President Donald Trump came to Duluth on Wednesday and brought with him the potent mix of hubris, divisiveness and victimhood that has come to mark his rallies, energizing his supporters and appalling his opponents.
It is a heady brew, administered with a showman’s flair and a comedian’s timing. Unfortunately, those talents are used to divide rather than unite, to cultivate a sense that he and his supporters stand alone against an army of disloyal Democrats, invading hordes of immigrants, “weak” Republicans, witch-hunting prosecutors and a media intent on undermining not just him but the country itself.
What often is missed at these appearances is the subtext of what seem to be offhand remarks. In Duluth, Trump again took the opportunity to praise the head of one of the most brutal regimes on Earth, North Korean leader Kim Jong Un, predicting that Kim would “turn that country into a great, successful country” and noting that “I get along with Kim Jong Un, and that’s a good thing, not a bad thing.”
So why does the president appear to go out of his way to not get along with Canadian Prime Minister Justin Trudeau, German Chancellor Angela Merkel and other G-7 leaders? Beyond his being irascible with those unwilling to kowtow to him, is Trump sending a message about whom he wants this nation to ally with and which nations might be given another chance if they get in line?
Even remarks he appears to play for laughs seem to carry a more serious meaning. During the Duluth rally, he wondered why the “other side” is called the elite. “Why are they elite? I have a much better apartment than they do. I am smarter than they are. I am richer than they are. I became president and they didn’t. And I am representing the greatest, smartest, most loyal people on Earth, the deplorables.”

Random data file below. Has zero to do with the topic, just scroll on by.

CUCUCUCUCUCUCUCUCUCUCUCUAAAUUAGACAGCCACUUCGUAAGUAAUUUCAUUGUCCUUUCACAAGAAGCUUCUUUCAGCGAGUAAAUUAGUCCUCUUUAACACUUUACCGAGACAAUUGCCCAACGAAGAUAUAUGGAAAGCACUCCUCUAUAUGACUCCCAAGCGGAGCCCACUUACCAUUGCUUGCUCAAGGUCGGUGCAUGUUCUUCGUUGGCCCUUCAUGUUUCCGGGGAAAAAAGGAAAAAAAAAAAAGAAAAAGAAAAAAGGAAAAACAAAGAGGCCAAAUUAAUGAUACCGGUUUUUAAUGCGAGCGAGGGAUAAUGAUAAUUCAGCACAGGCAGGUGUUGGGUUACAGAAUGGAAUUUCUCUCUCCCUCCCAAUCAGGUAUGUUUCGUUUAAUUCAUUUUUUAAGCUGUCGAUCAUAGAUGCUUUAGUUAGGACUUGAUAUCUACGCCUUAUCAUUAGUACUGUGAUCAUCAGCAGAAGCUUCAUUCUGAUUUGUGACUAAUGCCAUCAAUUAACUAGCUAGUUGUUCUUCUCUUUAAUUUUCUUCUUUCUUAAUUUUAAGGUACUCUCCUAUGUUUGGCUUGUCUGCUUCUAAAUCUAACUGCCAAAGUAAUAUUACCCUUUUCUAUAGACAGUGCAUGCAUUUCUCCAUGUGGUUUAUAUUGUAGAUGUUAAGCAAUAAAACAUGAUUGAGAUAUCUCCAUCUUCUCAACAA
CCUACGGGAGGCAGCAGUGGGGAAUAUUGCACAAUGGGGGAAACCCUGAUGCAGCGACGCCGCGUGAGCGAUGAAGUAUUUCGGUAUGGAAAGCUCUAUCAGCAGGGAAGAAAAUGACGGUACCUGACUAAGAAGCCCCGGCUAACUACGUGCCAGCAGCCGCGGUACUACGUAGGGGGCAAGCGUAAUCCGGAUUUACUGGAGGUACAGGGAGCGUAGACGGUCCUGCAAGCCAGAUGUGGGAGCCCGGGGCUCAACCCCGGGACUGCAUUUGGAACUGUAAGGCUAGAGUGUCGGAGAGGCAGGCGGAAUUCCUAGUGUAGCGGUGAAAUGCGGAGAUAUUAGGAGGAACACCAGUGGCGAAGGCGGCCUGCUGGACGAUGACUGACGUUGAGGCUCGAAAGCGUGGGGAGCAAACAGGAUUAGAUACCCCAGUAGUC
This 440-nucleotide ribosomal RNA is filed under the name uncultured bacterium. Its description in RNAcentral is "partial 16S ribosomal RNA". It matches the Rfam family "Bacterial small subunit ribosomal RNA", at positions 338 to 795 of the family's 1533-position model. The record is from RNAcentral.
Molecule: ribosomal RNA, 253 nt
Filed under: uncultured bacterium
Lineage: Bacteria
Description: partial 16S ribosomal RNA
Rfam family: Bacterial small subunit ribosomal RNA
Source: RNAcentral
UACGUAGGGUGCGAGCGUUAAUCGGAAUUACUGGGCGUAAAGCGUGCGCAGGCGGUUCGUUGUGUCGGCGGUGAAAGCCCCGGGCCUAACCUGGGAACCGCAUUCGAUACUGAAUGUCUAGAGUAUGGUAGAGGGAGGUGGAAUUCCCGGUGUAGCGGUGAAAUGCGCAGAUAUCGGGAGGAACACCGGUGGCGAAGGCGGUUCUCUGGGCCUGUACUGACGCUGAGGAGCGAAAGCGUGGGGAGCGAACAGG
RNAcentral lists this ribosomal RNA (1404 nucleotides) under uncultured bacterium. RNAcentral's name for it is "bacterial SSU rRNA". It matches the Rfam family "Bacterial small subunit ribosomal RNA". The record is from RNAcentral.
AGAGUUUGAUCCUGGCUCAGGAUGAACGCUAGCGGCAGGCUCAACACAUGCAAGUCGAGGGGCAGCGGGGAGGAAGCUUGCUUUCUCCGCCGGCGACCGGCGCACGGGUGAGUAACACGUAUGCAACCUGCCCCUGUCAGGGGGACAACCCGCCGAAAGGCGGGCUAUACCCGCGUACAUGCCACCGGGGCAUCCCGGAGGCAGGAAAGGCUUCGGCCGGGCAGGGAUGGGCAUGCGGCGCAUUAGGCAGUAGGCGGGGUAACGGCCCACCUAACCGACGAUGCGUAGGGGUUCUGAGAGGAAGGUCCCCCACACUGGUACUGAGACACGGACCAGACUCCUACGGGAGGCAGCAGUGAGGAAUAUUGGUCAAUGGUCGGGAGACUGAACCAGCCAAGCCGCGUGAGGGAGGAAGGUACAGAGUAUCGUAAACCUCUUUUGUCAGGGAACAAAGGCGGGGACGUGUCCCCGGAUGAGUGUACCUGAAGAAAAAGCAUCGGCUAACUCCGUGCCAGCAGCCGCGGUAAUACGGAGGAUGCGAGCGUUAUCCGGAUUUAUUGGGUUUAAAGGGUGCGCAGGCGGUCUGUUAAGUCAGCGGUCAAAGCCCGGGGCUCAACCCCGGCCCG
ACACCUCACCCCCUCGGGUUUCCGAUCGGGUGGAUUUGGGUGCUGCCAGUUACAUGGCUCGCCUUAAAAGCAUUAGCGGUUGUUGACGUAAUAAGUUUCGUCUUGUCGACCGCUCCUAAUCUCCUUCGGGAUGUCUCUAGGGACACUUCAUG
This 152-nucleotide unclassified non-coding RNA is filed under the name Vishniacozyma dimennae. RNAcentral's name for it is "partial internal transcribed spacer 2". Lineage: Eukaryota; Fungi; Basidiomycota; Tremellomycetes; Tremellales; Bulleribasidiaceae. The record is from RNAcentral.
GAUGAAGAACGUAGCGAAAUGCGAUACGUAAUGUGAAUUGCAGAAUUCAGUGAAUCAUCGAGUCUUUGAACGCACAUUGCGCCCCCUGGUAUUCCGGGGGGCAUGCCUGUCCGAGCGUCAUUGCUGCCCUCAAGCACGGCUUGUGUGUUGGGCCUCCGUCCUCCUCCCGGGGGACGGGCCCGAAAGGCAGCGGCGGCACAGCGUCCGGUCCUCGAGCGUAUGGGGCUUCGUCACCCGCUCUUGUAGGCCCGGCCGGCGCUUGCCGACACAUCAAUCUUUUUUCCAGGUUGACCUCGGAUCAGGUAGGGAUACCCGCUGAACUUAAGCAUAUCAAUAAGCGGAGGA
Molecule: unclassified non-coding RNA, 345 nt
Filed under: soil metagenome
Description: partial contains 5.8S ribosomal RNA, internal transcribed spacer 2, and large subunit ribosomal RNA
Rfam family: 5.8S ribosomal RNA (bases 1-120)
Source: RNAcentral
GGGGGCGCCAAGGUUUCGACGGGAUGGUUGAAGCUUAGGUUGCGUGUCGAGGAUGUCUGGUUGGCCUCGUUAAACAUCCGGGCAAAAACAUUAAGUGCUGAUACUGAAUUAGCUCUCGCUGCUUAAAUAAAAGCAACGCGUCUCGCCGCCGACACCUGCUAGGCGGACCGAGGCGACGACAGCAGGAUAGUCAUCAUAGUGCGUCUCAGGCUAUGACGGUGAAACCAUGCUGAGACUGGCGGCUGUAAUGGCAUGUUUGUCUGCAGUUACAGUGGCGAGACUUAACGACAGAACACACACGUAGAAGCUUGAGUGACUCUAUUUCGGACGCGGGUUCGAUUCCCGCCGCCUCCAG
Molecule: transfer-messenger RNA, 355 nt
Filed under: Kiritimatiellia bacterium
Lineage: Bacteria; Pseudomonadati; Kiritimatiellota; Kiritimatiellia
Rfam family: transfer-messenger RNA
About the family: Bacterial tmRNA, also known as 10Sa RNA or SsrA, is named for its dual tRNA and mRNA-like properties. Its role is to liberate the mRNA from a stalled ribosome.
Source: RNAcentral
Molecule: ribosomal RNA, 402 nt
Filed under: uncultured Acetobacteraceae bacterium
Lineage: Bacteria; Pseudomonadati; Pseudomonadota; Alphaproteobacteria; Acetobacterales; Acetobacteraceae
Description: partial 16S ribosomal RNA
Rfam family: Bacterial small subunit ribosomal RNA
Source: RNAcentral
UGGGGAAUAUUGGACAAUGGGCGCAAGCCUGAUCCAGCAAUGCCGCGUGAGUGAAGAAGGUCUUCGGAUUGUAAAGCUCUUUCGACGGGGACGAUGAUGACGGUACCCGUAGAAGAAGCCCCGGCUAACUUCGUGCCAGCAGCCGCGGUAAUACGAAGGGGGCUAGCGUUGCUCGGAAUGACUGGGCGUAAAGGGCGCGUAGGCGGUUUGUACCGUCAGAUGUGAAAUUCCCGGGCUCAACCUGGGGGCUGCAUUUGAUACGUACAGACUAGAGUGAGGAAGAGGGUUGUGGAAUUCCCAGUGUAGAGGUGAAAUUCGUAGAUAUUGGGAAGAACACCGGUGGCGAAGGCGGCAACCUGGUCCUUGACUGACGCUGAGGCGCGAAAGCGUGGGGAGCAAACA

The subtext here is he’s a winner, they’re losers. There is no greater insult in Trump’s Darwinian worldview than to label someone a loser. His lavish praise of his supporters is intended to wrap them in his winner’s circle, putting those who oppose him firmly on the outside.
It also was unnerving to hear many at the Duluth rally engaging in the fevered chants that often mark Trump’s events — “Lock her up,” “Build that wall” — and cheering wildly as Trump called for the eviction of protesters and attacked journalists covering his appearance, with some in the crowd adding language that will not be repeated here.
Trump offered no apologies for cruelly separating thousands of immigrant children from their families. His executive order altering that policy — a theatrical gesture that could have been accomplished with a phone call — does nothing to reunite those families and may not even be legal, as it requires the continued detention of children with their parents. Meanwhile, he doubled down on his invective against those fleeing violence and death in their own countries, whose sin was looking to America as a refuge.
The president could easily have focused his Minnesota visit on celebrating the good news of a roaring economy, abundant job creation and rising wages. But Trump never fails to appeal to the darker side of his supporters, and that is disturbing in a president whose disdain for cooperation and compromise is a matter of record.